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Re: 3. Requirements - Anonimity (was Re: FW: [Asrg] 0. General)

2003-10-27 14:34:30
David Maxwell wrote:

On Mon, Oct 27, 2003 at 02:50:14PM -0500, Jonathan A. Zdziarski wrote:
If you're expecting authentication to obsolete filters, you've got quite
a surprise coming =) Like I said before, spammers will only find a way
to operate within a "trusted" environment (which as long as it's public,
will never truly be trusted).  As long as domains are $8.95, this will
never happen.

You're making assumptions about what types of authentication I have in
mind. One of your assumptions seems to be about domain-based
blacklisting. That's not a method I consider particularly worthwhile
(but that's just my opinion).

Without the presence of some 'filter developer union' organization, and
its statment "We expect email will always be anonymous", any statement
by an individual can't be taken as the point of view of the 'industry'
as a whole. Many people can do the same thing (write filter systems) and
still hold different beliefs and philosophies.
1. There is a rather large group of filter developers, called the
spamfilt group.  It is a private list, however, just for developers
which is probably why you may not have heard of it.  This is how I was
able to craft an internet draft with the author of CRM114, along with
the input from several other filter developers such as those from
Bogofilter and SpamProbe.

The existence of, and your participation in the group, do not turn your
opinion into a statement for the group, unless they've made you an
official spokesperson.

So, I'd conclude:

Filters -> No dependence on anonymity (presence or lack of)

That doesn't seem to support any form of statment about filter writers
expectations for the future of email - only about their choice to design
tools which are independent of that future.
Real Paul's explanation of "the emails of the future".  It is based
around content, not your incorrect belief that an authenticated method
of mail exchange will affect spam in any way.

When quoting an article, please include the exact title, and a URL. I'd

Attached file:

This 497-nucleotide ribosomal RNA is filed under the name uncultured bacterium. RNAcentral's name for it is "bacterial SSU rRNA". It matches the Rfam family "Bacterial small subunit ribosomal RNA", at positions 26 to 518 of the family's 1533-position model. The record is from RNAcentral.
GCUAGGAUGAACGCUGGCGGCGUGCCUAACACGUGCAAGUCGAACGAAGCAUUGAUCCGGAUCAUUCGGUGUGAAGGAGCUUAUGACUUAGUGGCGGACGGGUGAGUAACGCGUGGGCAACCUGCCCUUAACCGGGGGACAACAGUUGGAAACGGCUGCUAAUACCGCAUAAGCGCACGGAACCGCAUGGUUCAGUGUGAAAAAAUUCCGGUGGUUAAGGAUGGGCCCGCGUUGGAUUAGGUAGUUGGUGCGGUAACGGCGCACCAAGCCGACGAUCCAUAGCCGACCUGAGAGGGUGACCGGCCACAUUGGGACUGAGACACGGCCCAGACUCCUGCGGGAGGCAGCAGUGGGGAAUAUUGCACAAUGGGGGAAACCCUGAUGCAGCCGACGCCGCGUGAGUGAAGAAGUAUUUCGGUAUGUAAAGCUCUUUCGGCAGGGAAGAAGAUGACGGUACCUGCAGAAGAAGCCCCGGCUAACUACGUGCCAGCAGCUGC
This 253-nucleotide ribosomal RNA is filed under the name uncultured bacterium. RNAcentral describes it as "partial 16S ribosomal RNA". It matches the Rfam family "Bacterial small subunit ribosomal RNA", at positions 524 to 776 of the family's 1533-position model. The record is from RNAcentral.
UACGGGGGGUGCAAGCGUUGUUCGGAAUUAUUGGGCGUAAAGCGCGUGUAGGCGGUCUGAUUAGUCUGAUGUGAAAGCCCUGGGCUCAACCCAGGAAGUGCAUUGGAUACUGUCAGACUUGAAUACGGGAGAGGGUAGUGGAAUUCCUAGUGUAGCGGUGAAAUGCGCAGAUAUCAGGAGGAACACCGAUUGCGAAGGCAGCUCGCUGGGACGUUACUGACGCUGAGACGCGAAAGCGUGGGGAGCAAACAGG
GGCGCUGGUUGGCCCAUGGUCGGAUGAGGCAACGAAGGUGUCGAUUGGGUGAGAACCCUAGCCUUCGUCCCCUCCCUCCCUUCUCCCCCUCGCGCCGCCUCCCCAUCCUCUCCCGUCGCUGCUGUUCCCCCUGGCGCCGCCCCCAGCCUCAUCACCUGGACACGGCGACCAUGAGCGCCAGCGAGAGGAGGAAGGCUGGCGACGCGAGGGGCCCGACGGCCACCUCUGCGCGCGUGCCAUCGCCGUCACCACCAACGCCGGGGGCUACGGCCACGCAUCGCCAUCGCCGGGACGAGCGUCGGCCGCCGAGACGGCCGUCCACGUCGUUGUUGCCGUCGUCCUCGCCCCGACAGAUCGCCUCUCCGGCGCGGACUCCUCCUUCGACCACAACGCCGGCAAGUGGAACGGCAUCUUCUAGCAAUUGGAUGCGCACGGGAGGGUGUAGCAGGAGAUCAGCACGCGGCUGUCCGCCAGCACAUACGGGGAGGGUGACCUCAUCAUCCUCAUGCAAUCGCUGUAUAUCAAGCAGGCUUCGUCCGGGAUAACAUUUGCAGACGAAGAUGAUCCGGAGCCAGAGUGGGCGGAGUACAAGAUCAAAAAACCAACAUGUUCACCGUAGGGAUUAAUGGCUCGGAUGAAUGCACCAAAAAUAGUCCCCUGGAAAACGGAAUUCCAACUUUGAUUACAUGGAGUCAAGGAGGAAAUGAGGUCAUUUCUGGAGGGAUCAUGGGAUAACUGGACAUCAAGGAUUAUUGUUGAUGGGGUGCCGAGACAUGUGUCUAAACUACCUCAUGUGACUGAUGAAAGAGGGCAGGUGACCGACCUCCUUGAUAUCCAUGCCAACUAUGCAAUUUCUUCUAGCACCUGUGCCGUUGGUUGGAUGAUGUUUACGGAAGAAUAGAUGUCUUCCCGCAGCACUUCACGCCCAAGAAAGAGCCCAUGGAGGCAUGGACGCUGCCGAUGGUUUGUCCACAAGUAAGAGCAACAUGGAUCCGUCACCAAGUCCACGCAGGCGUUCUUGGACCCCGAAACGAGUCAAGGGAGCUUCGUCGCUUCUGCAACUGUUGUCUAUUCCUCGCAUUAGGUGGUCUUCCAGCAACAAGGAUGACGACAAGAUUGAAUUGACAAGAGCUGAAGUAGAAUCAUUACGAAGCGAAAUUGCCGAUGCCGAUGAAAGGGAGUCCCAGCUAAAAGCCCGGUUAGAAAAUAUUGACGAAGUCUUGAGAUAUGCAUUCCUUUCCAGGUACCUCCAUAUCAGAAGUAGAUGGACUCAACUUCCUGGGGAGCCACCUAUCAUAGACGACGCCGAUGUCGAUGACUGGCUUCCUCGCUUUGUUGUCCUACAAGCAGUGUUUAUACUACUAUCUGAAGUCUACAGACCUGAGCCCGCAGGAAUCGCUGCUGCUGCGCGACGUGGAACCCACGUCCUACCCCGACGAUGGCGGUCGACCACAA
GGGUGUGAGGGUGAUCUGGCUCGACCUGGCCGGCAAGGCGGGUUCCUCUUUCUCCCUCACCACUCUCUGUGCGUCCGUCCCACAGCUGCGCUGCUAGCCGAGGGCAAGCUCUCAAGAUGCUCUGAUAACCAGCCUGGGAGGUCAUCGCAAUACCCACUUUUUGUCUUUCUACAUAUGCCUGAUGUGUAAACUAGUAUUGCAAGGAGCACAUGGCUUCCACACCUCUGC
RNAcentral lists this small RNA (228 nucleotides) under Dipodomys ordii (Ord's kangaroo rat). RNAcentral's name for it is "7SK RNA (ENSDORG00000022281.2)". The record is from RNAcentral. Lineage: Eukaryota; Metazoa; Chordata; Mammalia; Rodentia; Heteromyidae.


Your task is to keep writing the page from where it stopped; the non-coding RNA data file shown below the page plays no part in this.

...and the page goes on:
be happy to read it so that we have more common ground to discuss from,
but I can't find anything called that on Paul's site.

As for my 'incorrect belief', for a trivial example, if I set up a
mailbox which discards all mail except for that which is PGP signed by a
particular contact of mine, then my consent policy of "Accept mail from
Joe", is perfectly implemented. (As long as Joe will sign all his
messages, for my convienience.)

If the SMTP protocol 'told' connections that this was going to be done,
then spammers would learn that sending messages to that mailbox was a
waste of time.

For another comparison, why do banks control access to funds with a
signature, instead of saying 'Is this the type of phone bill that David
would actually want to pay?'

Content Filters have their place. Access controls have their place.
Neither is a subset of the other. Neither can replace all the
functionality of the other. Access controls have substantially less
overhead, which means that in a well designed system, it should be
possible for people to choose to use them first, to save the resources
needed for Content Filtering.

Additionally, Access controls are a 'hard stop', while Content Filters
are a 'soft stop'.

Like the virus/anti-virus continual escalation, spammers can write
'smarter' spam to bypass the newest filters.

In the case of Access controls, if someone has a tight consent
definition such as 'I accept mail from these four people', and if mail
senders are authenticated, then this recipient will _never_ get
something outside of that consent definition.

It's very easy to sit here and criticize filters for ignoring things

I don't recall making any criticism of filters besides a) cpu intensive
and b) can't ever be perfect.

In other words, it is the filters
that are already succeeding that validate your requirements's
not your requirements doc that validates the spam tools.

Those filters are doing a good job, given the current (Aug 1982 for
RFC822, April 2001 for the cleanup in 2822) SMTP environment, but that
doesn't mean that the environment can't be improved.

Put another way, if SMTP doesn't start to support (or this group make
progress towards upgrading it to support) consent policies based on
authenticated transactions, then I suspect large numbers of people will
start using something else for messaging.

I don't think authentication will work, unless it's iron clad, like, "This call is coming from a pacific bell account". The hardware is reporting the pretty much undeniable reality of a call.

What I think you're going to see is user group web sites, and the demise of regular email, if it doesn't adapt soon. To 'email' someone, you will have to be on a website they are on, be a member, AND have permission to talk to them. Your simple permission or security token will have to be exchanged OUT of bounds from the system.

As an example,
I don't get any BS or spam from:

   My ICQ account
   My AIM account
   My YIM account

via chat methods. Spammers ARE working those protocols, sites, and accounts. I know because, unfortunately, the intial setup of all three of those allows at least a spammer to ASK you if you want to be talked to. I got a LOT of those for porn SPAM until I found the right settings. So, there is: a working example of,
   in production,
   in the real world,
   permission based system,

That blocks SPAM.

That these systems work, is irrefutable. The only difference between those three systems and RFC email is that they operate off of central servers, instead of cooperating, distrubuted servers.

No content filtering required.

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